The rugby world has been united in support of Munster this week, with Clermont encouraging their supporters, the Yellow Army to wear red to their home game and Scarlets having the number 8 on the front of all their jerseys for their game. In Belfast the supporters sang “The fields of Athenry” in solidarity and they are planning a tribute to Axel in their away changing rooms, as Munster had done when Nevin Spence tragically died a few years ago.  I had not noticed until I watched the game back that the Glasgow players wore a black armband sporting the name Axel in red letters.  On Sunday the Leinster players wore red tee shirts with the initials AF before their game in France while the Connacht team wore red armbands during their game in Italy.

See the official EPRC montage here

If you enjoyed reading this please tell your friends, sign up to get future editions by email, and / or follow me on Facebook (where I have saved more of my photos from today) or Twitter.

As I walked out the gate I was hailed by John who I first met on one of my early away trips since I started the blog almost 4 years ago.  He introduced me to two of his friends and told them that the blog is phenomenal!  I think the players were phenomenal today and hopefully the shared traumatic experience of the past week will reinvigorate the bond between the team and the supporters.  What better tribute would Axel want?

Thanks to John for his video of this stirring version of There is an Isle from the game.  He has other videos also from the day on his channel jdtvideo – this one includes the SUAF in midfield after the game.

Also adding in this analysis from The42.ie of the performance for those who enjoy their excellent analysis.  He also spotted after Darren’s great tackles that “play should have been halted for Favaro’s foot in touch.” – I was surprised that the commentators did not pick that up.


A Man Of Munster, For Munster

Shock, disbelief, numbness… How can it be possible that Anthony Foley will never again be seen out on the pitch, overseeing the warm-up as we congregate on the terrace before our home games?  The pitch he loved since his boyhood days watching his father Brendan – himself a rugby legend – play for Shannon, Munster and Ireland.


Two photos from Daryl Feehely’s archives of Anthony Foley in pre-match action from this season.

Those early years hanging around his father’s teams changing rooms imbued him with the Munster values that he brought to his playing and managerial career.  His pride in the jersey, his work ethic and ability to read the game helped him maximize his abilities as he racked up an impressive try scoring record (39) and 188 appearances for Munster (188 on munster rugby site so 202 maybe includes friendlies) plus 62 for Ireland and many more for Shannon including all 48 of their infamous 4 in a row league titles.  It culminated with the wonderful sight of him raising the European Cup aloft in 2006 as Munster captain.  Murray Kinsella analysed his performance in the final and highlighted his “typically robust, selfless, aggressive and gritty performance in the final against Biarritz on that special day at the Millenium Stadium” in this piece in The42.ie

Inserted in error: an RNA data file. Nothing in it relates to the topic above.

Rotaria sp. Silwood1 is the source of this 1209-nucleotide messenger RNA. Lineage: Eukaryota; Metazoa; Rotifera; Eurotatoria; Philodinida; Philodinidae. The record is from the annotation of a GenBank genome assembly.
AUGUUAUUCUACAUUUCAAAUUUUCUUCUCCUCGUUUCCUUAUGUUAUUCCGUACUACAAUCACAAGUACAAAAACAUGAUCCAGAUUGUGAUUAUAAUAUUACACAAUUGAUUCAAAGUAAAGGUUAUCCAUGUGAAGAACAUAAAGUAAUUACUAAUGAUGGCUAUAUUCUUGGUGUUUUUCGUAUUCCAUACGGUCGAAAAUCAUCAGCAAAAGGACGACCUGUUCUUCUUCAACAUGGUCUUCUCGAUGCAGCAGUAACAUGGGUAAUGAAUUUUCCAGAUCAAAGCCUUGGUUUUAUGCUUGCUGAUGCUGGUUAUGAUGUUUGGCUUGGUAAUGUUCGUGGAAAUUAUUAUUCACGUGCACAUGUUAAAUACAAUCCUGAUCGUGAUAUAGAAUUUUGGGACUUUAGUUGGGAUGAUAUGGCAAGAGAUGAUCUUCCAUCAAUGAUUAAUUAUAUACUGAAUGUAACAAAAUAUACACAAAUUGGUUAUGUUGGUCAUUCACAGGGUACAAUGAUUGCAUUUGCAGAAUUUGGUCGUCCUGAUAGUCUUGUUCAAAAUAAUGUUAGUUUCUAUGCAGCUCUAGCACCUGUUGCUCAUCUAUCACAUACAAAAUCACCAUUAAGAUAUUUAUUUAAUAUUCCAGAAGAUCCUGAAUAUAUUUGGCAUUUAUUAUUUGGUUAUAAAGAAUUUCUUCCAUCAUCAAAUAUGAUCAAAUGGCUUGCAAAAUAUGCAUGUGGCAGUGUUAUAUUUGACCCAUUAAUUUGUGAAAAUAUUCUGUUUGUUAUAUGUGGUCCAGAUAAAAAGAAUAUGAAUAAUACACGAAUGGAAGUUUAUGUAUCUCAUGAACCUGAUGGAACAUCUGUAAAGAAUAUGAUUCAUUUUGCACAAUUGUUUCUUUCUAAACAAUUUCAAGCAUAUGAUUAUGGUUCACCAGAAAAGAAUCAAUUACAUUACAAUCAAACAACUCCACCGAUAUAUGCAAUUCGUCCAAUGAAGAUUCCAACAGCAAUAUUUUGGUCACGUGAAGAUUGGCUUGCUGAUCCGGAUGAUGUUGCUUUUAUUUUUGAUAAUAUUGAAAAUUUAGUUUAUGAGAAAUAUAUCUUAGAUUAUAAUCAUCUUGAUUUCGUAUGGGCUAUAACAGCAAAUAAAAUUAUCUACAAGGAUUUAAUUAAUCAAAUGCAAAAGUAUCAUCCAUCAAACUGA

Taken from the MRSC facebook page

His early steps into management included a secondment to the national team coaching staff with a focus on defence under Declan Kidney.

When he was promoted to head coach of Munster in 2014 they reached the Pro12 final – losing out to Glasgow Warriors – but the team’s failure to get out of the pool stages for that European campaign was a major disappointment, albeit being drawn in a pool with two other semi-finalists from the previous season made it a difficult task.

When the team struggled the following season to qualify for the European Cup you could see the disappointment and strain on his face as he fronted up for the post match interviews.  It certainly was not lack of effort or drive for success on his part as he gave everything in him to the club he loved.  When Rassie Erasmus was brought in this season as the Director of Rugby it was great to see Anthony with a smile on his face, freed up to spend more time hands-on, working with the players.

Now we take some comfort from the tributes and the sharing of the wonderful memories about a man wonderfully described by the Racing 92 coach Laurent Labit as Monsieur Munster as indeed Anthony Foley and Munster rugby are synonymous:  “He is respected in France for his performances for Munster and Ireland. He is part of the history of Munster, he is Monsieur Munster, the same as Serge Blanco in Biarritz or Philippe Sella in Agen. It is a tragedy.” 

Reading through all the tributes, we share their sense of disbelief and bewilderment.  Munster rugby posted tributes on their website giving an example of the breadth of tributes paid to him from around the world in the close knit rugby family.


A small sample of tweets from his team mates Frankie, Peter, Ronan and his team CJ & Conor

The next home game with a minute’s silence and perhaps a rendition of “There is an Isle” in his honour or some other tribute will be our opportunity to show our solidarity and support for his grief-stricken family, friends, teammates, colleagues and the wider Munster community.  In particular our hearts go out to his wife Olive, sons Tony and Dan, his parents, sisters, friends and relatives. The team will need our support more than ever as they aim to live up to his legacy.